by David N. Bass
Contributor, Carolina Journal
A poll conducted by Elon University in late April found that, two years after the passage of Obamacare, 46 percent of North Carolinians believe “it was a bad thing for Congress to pass the law,” compared to 38 percent who say it was a good thing and 9 percent who aren’t sure:
Nearly the same percentage – 45 percent – believes that when all the provisions go into effect, the law will make the health care situation worse. Thirty-four percent said the law would make the situation better.
“The interesting thing about these results is that North Carolinians are evenly split on whether they think it is the responsibility of the federal government to ensure that everyone has health care coverage,” said John Robinson, director of communications for the Elon University Poll. “That suggests that it is the Affordable Care Act itself that many of them object to, not the idea of coverage.”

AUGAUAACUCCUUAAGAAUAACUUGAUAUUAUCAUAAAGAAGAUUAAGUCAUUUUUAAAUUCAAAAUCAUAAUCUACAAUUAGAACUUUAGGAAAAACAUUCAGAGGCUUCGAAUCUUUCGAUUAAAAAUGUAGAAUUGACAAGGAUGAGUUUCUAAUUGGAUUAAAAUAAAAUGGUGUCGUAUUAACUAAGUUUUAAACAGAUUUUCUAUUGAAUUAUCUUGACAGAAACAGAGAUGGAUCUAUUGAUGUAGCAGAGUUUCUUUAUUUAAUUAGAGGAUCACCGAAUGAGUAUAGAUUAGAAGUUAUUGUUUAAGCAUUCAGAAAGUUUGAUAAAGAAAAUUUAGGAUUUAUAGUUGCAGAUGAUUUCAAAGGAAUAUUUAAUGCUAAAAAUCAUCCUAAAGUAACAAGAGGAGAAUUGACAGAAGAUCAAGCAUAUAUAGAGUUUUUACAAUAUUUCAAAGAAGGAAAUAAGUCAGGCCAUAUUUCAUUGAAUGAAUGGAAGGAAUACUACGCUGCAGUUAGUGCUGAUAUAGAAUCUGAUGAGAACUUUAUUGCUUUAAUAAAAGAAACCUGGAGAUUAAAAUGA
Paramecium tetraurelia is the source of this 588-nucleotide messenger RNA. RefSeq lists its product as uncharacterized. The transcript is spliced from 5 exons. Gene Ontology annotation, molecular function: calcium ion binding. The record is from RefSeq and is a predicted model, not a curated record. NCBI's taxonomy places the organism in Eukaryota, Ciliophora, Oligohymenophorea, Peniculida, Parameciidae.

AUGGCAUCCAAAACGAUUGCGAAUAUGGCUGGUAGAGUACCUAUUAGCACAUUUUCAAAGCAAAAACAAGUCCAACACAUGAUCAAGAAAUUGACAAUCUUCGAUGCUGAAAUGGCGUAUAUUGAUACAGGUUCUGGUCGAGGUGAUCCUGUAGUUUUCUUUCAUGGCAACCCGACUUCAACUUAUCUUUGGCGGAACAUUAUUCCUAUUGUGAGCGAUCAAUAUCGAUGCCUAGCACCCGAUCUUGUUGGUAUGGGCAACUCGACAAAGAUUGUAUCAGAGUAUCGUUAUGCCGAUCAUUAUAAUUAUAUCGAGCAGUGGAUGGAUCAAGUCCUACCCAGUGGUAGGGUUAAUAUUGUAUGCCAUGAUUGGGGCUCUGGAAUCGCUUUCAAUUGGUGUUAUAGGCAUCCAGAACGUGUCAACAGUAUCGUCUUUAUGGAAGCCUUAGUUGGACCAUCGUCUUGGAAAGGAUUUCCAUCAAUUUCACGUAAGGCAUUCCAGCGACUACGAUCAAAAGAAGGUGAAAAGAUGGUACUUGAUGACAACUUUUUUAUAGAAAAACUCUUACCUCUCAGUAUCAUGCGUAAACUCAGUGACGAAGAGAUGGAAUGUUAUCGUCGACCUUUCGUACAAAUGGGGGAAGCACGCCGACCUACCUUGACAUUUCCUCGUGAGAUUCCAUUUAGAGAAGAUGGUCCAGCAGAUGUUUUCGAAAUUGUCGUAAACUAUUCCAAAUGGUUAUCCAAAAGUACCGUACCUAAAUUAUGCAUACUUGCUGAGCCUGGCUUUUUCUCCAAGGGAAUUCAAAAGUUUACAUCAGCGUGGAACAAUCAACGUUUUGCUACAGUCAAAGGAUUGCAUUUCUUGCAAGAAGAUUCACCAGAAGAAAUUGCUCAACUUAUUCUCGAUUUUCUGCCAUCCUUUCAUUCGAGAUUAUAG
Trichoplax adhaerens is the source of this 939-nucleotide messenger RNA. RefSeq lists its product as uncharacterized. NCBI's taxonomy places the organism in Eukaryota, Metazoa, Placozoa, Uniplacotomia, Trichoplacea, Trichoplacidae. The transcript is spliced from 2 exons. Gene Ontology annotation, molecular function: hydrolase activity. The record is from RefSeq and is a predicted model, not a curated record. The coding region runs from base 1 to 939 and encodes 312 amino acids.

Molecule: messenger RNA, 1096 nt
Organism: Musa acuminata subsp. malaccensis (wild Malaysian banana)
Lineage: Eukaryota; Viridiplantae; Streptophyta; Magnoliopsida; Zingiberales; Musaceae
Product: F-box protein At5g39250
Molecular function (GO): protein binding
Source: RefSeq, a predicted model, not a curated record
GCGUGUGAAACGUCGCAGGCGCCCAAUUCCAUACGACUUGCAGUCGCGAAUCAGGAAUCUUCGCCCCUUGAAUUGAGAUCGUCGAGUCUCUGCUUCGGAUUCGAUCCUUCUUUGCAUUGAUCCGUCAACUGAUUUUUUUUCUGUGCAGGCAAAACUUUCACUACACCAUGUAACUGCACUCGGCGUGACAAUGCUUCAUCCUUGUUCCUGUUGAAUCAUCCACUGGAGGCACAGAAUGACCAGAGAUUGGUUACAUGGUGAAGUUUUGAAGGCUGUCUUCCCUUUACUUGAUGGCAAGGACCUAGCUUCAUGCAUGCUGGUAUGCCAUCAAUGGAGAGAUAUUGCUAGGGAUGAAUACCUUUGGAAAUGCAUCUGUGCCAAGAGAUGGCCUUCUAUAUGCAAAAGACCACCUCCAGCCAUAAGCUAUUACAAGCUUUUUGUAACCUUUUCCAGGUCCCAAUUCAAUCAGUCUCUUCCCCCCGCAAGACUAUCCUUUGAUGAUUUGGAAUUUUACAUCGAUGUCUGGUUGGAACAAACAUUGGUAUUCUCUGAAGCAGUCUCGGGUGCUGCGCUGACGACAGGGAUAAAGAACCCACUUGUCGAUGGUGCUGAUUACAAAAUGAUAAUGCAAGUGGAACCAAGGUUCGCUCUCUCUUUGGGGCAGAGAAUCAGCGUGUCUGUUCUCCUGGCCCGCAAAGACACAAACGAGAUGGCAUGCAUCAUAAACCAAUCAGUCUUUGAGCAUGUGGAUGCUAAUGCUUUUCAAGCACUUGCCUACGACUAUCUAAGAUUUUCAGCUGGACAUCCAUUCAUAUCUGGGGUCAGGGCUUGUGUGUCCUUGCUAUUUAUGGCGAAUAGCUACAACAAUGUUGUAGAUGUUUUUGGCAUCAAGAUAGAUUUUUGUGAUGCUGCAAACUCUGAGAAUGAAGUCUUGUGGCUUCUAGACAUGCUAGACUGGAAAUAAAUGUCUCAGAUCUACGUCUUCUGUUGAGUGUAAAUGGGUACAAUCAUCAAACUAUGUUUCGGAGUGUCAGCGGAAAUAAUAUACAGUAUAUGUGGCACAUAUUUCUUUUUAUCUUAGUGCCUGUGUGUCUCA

As with other Elon polls, a big caveat is that the university surveyed all North Carolinians, not just registered or likely voters.
The poll also found that 44 percent of respondents believe that gun-control laws in North Carolina should remain as they are, while 33 percent said they should be stricter. Fifteen percent said the laws should be less strict.
Fifty-four percent would oppose a law banning cell-phone use while driving, even when using a hands-free device; 43 percent would support it.